Larson said the judge ruled that fossils are actually part of the ground, which meant the dinosaur was tribal land. “Everybody was trying to get it—Peter Larson, the federal government, but what it came down to is that it was Maurice’s land,” Williams said.
While the U.S. government officials had confiscated the dinosaur, the judge ruled that since the land was in trust for Williams, he actually was the owner. Williams then requested that the dinosaur be sold to the highest bidder, Larson said.
Charges were filed against Larson, who said, “I was sent to jail for a failure to fill out forms and Williams was fined for selling the dinosaur without a business license.” Larson said there was a story about the situation in a 1995 South Dakota Law journal with the headline “Jurassic Farce.”
Sue was ultimately sold to The Field Museum in Chicago for $8.36 million, of which tribal member Williams received $7.6 million. The balance went to the auctioneer’s fee. Larson and the Black Hills Institute received nothing.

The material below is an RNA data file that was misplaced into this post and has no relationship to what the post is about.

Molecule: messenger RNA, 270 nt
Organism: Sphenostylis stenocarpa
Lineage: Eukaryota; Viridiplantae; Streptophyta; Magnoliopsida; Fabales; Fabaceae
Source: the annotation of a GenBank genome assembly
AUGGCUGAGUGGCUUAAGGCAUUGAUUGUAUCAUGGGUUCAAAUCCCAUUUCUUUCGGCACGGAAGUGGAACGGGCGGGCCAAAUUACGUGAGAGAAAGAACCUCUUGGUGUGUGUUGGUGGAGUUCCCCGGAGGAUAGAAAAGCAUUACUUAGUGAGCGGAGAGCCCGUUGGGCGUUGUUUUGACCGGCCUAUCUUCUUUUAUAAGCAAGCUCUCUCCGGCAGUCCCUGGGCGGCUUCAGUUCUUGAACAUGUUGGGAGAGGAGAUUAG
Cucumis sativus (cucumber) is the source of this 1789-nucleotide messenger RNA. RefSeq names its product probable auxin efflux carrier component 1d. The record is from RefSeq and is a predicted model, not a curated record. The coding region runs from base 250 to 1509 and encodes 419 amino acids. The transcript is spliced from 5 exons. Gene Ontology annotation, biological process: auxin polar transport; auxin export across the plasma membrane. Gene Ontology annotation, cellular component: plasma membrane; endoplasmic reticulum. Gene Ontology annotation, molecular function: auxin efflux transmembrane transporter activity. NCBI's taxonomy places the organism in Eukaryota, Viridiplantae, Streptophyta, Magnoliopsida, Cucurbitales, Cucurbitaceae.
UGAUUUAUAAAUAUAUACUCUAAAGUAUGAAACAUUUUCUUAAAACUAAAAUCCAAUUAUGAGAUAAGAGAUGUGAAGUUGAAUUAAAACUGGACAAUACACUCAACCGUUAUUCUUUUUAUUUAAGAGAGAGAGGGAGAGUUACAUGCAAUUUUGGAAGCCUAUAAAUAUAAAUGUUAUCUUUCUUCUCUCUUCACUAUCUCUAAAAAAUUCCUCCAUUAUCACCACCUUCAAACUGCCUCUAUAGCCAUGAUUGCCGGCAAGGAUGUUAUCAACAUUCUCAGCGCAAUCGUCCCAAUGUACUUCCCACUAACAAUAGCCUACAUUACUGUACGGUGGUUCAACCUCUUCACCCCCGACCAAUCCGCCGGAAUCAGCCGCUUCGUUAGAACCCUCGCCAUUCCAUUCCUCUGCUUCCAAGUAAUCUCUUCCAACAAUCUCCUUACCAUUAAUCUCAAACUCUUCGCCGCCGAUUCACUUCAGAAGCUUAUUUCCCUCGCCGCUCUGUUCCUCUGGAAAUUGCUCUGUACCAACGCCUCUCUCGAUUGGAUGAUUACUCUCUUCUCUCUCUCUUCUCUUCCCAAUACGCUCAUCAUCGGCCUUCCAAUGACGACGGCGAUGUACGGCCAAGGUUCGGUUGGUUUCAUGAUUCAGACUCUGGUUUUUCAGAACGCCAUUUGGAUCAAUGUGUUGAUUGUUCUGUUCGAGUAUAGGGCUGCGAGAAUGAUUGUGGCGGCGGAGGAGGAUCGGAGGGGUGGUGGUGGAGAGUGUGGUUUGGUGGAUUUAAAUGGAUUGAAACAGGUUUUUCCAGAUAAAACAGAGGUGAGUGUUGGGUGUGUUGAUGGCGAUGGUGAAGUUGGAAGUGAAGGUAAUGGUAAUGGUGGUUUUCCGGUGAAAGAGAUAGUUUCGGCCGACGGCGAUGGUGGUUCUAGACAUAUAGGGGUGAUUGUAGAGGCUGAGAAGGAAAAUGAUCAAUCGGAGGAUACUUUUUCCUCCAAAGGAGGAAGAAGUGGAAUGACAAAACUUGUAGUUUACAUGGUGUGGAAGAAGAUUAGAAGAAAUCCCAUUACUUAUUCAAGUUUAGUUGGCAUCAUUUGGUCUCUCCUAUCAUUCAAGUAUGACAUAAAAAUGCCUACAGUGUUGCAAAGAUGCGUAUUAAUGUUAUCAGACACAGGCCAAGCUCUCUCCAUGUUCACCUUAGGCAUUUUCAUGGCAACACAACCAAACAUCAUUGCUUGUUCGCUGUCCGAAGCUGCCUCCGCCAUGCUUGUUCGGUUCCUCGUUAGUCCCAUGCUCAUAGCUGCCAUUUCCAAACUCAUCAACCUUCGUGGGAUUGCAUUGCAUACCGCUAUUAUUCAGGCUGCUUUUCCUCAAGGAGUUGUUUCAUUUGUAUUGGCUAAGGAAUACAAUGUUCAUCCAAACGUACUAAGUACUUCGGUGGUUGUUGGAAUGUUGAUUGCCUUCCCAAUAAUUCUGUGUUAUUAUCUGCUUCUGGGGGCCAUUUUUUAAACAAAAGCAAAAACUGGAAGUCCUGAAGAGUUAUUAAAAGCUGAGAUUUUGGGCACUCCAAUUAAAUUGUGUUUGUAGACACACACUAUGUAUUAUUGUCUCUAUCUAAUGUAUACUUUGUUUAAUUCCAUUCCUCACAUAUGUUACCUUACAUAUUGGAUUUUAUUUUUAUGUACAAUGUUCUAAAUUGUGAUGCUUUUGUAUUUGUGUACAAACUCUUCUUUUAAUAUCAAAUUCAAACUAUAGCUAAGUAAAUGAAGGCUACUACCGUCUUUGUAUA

While Williams, as an individual, made millions from the dinosaur, it has not been a Cheyenne River tribal policy to dig for them, especially for a profit. Steven Vance, the Tribal Historic Preservation Officer for the Cheyenne River Sioux Tribe said that between the oil, uranium, and the dinosaurs, the ground in Cheyenne River has been heavily disturbed. “In that area you can find bones all over, but when you come upon something like this, all they see is dollar signs.”
Asked about the traditional perspective of digging for the dinosaur bones, Vance said, “Elders say what is in the ground should remain in the ground until it exposes itself. Once it comes out of the earth, it’s ready.”
But Vance added, “We never dug them, if we knew where they were, we left them. When it comes to making money on them, as traditional people we frown on it. We do what we can to oppose it, and we are sitting here wondering how we can do that,” Vance said.